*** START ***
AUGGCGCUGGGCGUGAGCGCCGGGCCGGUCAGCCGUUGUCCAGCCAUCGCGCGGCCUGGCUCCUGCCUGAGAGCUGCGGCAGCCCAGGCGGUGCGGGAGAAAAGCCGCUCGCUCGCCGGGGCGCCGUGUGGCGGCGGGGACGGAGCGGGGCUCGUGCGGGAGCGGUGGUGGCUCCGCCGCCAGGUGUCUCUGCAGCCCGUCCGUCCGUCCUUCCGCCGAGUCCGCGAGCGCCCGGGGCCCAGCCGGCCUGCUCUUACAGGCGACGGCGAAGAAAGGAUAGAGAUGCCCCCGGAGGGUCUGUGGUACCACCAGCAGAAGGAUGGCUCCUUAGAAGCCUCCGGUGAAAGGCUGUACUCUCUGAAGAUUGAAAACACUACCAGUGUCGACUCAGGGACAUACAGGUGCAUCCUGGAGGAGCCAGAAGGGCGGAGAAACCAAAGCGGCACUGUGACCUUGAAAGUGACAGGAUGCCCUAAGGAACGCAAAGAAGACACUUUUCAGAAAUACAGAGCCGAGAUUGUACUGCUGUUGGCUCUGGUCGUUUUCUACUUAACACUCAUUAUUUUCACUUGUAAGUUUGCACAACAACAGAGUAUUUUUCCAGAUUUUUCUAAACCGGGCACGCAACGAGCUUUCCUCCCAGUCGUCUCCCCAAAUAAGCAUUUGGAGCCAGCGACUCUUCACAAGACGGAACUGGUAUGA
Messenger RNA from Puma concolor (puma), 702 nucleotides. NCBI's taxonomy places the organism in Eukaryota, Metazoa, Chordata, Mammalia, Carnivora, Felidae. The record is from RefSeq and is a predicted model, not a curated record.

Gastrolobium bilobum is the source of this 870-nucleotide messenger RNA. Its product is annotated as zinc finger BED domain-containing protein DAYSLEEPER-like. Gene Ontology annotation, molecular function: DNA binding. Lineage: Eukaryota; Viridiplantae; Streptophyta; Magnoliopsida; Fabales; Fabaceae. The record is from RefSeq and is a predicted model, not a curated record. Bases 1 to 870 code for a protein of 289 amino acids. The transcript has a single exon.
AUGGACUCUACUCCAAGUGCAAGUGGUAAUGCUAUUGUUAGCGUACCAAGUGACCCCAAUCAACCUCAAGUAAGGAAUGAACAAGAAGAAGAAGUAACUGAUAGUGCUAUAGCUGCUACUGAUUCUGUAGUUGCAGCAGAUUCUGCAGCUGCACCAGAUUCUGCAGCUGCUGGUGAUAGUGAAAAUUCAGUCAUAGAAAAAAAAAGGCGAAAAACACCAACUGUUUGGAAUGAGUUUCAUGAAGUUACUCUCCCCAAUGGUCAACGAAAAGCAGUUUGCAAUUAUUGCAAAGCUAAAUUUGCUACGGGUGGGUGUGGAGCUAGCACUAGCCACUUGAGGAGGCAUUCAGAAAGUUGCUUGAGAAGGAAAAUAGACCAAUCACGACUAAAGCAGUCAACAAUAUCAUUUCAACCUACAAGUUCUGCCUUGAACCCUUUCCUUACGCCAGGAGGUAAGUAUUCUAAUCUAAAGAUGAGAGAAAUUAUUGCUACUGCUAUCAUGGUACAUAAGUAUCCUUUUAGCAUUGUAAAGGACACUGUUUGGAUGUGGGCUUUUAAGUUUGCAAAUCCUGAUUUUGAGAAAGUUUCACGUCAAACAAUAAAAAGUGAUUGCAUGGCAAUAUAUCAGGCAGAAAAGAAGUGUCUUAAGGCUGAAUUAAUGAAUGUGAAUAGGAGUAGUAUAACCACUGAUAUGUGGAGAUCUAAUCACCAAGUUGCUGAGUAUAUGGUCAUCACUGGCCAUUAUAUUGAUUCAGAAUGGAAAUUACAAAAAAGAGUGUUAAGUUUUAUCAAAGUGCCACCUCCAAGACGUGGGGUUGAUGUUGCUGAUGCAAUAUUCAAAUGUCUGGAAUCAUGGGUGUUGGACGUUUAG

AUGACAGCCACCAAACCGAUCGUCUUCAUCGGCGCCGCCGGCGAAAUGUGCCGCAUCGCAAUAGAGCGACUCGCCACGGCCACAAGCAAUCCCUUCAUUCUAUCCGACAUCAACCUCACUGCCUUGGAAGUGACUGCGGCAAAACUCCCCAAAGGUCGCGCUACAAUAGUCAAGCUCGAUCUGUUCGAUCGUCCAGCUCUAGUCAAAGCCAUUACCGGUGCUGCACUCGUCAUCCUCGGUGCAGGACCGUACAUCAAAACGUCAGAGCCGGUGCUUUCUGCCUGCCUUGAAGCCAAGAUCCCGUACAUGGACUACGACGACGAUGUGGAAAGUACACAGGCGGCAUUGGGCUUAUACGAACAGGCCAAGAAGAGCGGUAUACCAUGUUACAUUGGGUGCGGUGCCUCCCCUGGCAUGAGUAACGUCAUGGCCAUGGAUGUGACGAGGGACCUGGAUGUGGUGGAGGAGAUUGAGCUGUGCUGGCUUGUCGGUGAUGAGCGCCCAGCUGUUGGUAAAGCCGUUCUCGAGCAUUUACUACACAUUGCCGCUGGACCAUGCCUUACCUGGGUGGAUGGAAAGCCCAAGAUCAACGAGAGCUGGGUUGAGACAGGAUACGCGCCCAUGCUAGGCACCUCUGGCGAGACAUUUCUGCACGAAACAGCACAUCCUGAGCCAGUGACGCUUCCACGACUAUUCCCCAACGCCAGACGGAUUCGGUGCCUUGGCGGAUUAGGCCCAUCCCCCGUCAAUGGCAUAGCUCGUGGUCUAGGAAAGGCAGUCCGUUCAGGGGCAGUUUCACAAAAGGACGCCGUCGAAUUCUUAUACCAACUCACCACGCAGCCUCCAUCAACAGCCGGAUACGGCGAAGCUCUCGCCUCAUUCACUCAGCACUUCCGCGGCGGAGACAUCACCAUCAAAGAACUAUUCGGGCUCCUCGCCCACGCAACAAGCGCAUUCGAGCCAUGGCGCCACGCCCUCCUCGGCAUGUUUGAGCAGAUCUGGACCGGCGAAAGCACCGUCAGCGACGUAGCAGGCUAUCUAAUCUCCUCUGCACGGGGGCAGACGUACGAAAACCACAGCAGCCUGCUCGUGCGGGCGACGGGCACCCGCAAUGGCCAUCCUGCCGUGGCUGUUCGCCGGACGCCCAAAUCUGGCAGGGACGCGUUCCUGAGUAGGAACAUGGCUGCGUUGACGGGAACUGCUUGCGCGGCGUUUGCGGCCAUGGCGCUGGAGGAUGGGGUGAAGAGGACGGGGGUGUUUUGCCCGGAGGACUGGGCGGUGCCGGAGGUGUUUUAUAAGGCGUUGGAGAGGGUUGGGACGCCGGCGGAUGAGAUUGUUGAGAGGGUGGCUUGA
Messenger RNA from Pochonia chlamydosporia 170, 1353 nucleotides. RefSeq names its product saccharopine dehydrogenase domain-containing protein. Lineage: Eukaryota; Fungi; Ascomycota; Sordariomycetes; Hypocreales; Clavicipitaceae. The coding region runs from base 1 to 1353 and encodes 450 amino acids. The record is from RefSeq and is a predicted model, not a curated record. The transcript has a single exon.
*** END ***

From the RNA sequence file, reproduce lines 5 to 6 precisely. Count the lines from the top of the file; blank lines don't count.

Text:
AUGACAGCCACCAAACCGAUCGUCUUCAUCGGCGCCGCCGGCGAAAUGUGCCGCAUCGCAAUAGAGCGACUCGCCACGGCCACAAGCAAUCCCUUCAUUCUAUCCGACAUCAACCUCACUGCCUUGGAAGUGACUGCGGCAAAACUCCCCAAAGGUCGCGCUACAAUAGUCAAGCUCGAUCUGUUCGAUCGUCCAGCUCUAGUCAAAGCCAUUACCGGUGCUGCACUCGUCAUCCUCGGUGCAGGACCGUACAUCAAAACGUCAGAGCCGGUGCUUUCUGCCUGCCUUGAAGCCAAGAUCCCGUACAUGGACUACGACGACGAUGUGGAAAGUACACAGGCGGCAUUGGGCUUAUACGAACAGGCCAAGAAGAGCGGUAUACCAUGUUACAUUGGGUGCGGUGCCUCCCCUGGCAUGAGUAACGUCAUGGCCAUGGAUGUGACGAGGGACCUGGAUGUGGUGGAGGAGAUUGAGCUGUGCUGGCUUGUCGGUGAUGAGCGCCCAGCUGUUGGUAAAGCCGUUCUCGAGCAUUUACUACACAUUGCCGCUGGACCAUGCCUUACCUGGGUGGAUGGAAAGCCCAAGAUCAACGAGAGCUGGGUUGAGACAGGAUACGCGCCCAUGCUAGGCACCUCUGGCGAGACAUUUCUGCACGAAACAGCACAUCCUGAGCCAGUGACGCUUCCACGACUAUUCCCCAACGCCAGACGGAUUCGGUGCCUUGGCGGAUUAGGCCCAUCCCCCGUCAAUGGCAUAGCUCGUGGUCUAGGAAAGGCAGUCCGUUCAGGGGCAGUUUCACAAAAGGACGCCGUCGAAUUCUUAUACCAACUCACCACGCAGCCUCCAUCAACAGCCGGAUACGGCGAAGCUCUCGCCUCAUUCACUCAGCACUUCCGCGGCGGAGACAUCACCAUCAAAGAACUAUUCGGGCUCCUCGCCCACGCAACAAGCGCAUUCGAGCCAUGGCGCCACGCCCUCCUCGGCAUGUUUGAGCAGAUCUGGACCGGCGAAAGCACCGUCAGCGACGUAGCAGGCUAUCUAAUCUCCUCUGCACGGGGGCAGACGUACGAAAACCACAGCAGCCUGCUCGUGCGGGCGACGGGCACCCGCAAUGGCCAUCCUGCCGUGGCUGUUCGCCGGACGCCCAAAUCUGGCAGGGACGCGUUCCUGAGUAGGAACAUGGCUGCGUUGACGGGAACUGCUUGCGCGGCGUUUGCGGCCAUGGCGCUGGAGGAUGGGGUGAAGAGGACGGGGGUGUUUUGCCCGGAGGACUGGGCGGUGCCGGAGGUGUUUUAUAAGGCGUUGGAGAGGGUUGGGACGCCGGCGGAUGAGAUUGUUGAGAGGGUGGCUUGA
Messenger RNA from Pochonia chlamydosporia 170, 1353 nucleotides. RefSeq names its product saccharopine dehydrogenase domain-containing protein. Lineage: Eukaryota; Fungi; Ascomycota; Sordariomycetes; Hypocreales; Clavicipitaceae. The coding region runs from base 1 to 1353 and encodes 450 amino acids. The record is from RefSeq and is a predicted model, not a curated record. The transcript has a single exon.